We just wrapped up our fall sales meeting. Over three days, our sales team members, executive team and a few others, including myself, gathered at our Motivation Excellence headquarters in Schaumburg, Illinois. We do the same thing in the spring. It’s a wonderful time for collaboration on certain projects, like revamping our proposals and talking through marketing strategies. We have a limited time together, which spurs a consistent workflow. After it’s done though, we each go our own way and focus on our individual task lists again.
For most businesses, having a balance of teamwork and solo work is the norm. On any given day we have teams working on client proposals, special projects, and developing campaigns to solve our clients’ needs. But each person on the team usually has work they have to do on their own to contribute to the overall plan. For instance, if we are building a performance improvement website, I write the copy, our graphic arts director designs the look, the performance manager decides what metrics are best to measure based on the client’s needs, and our IT team does all the code magic to create an easy user experience. We meet as a team at the outset, plan our vision and then disperse to complete our individual parts. It’s a great way to take advantage of the benefits of both collaborative and individual work time.
Alone but Not Lonely
We definitely have people who prefer to work alone, and others who thrive on working alongside colleagues. There are times when both are important. Let’s look at times when flying solo is better. According to a FastCompany.com article, working alone is especially vital for initial creative thinking, building a sticky relationship with a customer and writing (reports, articles, etc.). Indeed.com says being a lone wolf is also great for focus and efficiency. Responsibility rests on only one set of shoulders though.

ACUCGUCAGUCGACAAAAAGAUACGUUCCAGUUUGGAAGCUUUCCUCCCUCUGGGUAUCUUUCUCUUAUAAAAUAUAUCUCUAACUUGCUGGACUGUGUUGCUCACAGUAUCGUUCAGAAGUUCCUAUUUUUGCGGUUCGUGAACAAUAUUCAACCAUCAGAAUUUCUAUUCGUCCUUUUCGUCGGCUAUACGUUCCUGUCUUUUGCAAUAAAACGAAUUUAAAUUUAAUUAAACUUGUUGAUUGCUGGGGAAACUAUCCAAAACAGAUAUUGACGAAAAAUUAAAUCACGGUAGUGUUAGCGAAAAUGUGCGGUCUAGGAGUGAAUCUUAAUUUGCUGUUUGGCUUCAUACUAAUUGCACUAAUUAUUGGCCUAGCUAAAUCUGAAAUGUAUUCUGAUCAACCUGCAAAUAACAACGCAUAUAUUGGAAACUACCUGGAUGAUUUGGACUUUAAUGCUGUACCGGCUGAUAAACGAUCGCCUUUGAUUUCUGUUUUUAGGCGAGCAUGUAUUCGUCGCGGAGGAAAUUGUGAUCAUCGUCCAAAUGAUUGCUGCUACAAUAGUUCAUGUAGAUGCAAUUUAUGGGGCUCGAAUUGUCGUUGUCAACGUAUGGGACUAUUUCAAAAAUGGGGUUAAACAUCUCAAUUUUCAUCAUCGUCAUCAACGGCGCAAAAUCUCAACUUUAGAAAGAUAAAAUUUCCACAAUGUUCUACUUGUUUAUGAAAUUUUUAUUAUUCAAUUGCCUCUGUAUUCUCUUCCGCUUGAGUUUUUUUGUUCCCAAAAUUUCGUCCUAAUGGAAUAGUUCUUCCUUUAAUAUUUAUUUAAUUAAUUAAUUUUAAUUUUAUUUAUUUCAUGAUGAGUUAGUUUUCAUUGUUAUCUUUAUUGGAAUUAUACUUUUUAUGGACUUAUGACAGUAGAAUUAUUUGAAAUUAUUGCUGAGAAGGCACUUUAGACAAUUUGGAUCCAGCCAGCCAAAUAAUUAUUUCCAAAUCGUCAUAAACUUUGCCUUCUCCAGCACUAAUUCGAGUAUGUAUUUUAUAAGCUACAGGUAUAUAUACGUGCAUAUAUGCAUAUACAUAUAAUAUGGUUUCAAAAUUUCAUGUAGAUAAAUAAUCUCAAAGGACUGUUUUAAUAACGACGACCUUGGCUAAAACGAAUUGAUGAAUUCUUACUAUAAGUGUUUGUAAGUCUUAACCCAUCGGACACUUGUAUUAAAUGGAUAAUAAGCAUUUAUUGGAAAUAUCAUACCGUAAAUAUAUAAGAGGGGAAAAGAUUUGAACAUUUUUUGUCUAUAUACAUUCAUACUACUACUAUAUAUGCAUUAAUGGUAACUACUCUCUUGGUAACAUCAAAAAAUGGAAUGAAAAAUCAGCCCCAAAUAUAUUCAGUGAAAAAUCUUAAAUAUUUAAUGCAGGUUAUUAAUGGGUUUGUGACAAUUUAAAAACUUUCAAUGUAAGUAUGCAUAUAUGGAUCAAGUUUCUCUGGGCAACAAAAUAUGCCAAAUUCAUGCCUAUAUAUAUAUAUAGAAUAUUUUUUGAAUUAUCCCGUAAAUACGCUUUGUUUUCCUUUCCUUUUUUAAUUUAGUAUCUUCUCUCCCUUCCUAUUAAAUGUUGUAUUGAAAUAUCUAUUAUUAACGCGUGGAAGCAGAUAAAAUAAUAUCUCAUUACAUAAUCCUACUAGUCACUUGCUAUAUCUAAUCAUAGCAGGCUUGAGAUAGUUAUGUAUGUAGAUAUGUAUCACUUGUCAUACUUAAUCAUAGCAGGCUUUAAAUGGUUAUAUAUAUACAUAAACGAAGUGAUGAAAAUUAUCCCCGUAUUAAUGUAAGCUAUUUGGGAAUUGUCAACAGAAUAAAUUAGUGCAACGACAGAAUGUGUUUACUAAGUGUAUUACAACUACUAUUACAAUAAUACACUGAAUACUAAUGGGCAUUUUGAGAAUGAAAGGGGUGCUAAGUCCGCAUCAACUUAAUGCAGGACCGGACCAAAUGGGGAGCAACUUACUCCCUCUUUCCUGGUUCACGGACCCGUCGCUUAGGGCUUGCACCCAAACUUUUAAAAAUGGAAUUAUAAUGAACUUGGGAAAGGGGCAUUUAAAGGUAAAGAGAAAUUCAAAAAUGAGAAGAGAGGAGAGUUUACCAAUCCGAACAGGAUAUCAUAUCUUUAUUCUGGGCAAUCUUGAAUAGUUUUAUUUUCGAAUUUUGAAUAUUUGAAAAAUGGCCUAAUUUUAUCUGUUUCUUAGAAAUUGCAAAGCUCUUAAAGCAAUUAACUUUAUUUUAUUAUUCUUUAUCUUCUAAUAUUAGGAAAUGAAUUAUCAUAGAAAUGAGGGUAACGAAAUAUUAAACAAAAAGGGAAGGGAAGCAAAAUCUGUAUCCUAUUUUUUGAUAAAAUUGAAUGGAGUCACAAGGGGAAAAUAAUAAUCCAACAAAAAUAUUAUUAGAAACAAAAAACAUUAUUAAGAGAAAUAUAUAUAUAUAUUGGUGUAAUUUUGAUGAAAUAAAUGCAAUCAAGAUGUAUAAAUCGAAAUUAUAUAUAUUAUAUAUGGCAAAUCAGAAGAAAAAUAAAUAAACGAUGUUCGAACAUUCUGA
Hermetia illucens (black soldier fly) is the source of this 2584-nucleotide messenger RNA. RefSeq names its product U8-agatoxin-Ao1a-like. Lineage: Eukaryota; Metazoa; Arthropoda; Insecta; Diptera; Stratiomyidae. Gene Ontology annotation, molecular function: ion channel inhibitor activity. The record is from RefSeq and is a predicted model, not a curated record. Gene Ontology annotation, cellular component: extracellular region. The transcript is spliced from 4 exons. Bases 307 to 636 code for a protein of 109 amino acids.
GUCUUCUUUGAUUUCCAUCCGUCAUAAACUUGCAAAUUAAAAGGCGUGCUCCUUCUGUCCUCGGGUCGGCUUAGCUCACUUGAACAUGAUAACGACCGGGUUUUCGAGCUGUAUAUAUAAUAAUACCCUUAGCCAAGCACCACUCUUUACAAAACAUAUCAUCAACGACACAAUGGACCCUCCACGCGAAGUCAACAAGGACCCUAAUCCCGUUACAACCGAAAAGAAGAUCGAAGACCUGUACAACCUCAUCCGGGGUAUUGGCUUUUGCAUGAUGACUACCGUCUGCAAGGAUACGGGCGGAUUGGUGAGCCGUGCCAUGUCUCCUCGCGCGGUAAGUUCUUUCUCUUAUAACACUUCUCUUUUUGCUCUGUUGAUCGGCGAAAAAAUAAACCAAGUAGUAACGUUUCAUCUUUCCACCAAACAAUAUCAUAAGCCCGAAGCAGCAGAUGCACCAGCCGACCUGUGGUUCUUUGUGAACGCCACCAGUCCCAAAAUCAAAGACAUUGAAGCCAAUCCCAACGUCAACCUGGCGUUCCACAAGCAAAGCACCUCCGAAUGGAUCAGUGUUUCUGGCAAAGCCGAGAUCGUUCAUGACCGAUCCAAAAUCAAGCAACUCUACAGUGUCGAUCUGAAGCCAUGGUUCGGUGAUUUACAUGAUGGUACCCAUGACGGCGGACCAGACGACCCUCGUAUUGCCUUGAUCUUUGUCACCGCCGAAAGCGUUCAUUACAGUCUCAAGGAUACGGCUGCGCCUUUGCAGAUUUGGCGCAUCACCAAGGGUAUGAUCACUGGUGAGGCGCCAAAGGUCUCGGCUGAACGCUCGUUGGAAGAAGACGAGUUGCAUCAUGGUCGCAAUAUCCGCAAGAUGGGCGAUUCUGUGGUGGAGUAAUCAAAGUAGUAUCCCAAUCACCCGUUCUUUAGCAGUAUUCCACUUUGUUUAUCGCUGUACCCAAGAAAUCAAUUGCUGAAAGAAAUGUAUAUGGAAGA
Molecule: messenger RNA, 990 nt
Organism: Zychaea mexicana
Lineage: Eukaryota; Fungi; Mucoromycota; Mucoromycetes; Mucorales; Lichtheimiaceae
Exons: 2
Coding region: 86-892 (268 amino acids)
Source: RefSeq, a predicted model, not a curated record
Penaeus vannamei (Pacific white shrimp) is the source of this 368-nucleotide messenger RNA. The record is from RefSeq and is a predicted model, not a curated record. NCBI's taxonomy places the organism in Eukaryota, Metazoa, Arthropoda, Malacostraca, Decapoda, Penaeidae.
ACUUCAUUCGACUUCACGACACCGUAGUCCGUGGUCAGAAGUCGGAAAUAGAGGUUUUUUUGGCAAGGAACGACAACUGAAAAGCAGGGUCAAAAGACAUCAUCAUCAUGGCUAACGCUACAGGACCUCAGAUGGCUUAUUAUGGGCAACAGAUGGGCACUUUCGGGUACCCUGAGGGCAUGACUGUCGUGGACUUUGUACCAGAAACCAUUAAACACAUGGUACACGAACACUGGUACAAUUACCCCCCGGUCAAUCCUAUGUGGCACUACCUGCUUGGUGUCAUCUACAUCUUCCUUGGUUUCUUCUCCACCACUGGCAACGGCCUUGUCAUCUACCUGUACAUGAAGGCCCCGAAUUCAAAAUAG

Meet the Team
Teamwork is touted for many benefits, including building connections with colleagues, brainstorming, creating inclusivity and sharing skills. In an assembly line scenario, having several people working together definitely beats one person working alone. Productivity and profits can rise with the right teamwork in play. Teams also tend to be motivating with everyone working toward one goal and one deadline. Teammates can offer support and share in the responsibility of the task too, allowing accountability to spread across many shoulders.
One or Some?
How do you decide which way to go? Ask yourself these questions:
- Is a diversity of opinions important to the outcome?
- Do I have the skills needed to finish the project alone?
- Do I want to share the success/failure?
- Do I have a blind spot that I might not be aware of?
- Will a team be more or less efficient/profitable for this task?
As you answer each question, you’ll be forced to decide if bringing a team together or standing on your own makes the most sense. In the end, even if you’ve done all the work yourself, asking others to proofread, give feedback or build on what you started creates some teamwork vibes.
No matter how you prefer to work, you’ll likely be asked to be part of a team some of the time. It’s important to show appreciation for others’ efforts and be a positive contributor to group discussions. Nothing halts creativity and ingenuity like the person who insists on dissing everyone’s input! And remember, when you’re part of a successful team, the celebration is much more fun than a party of one. 😊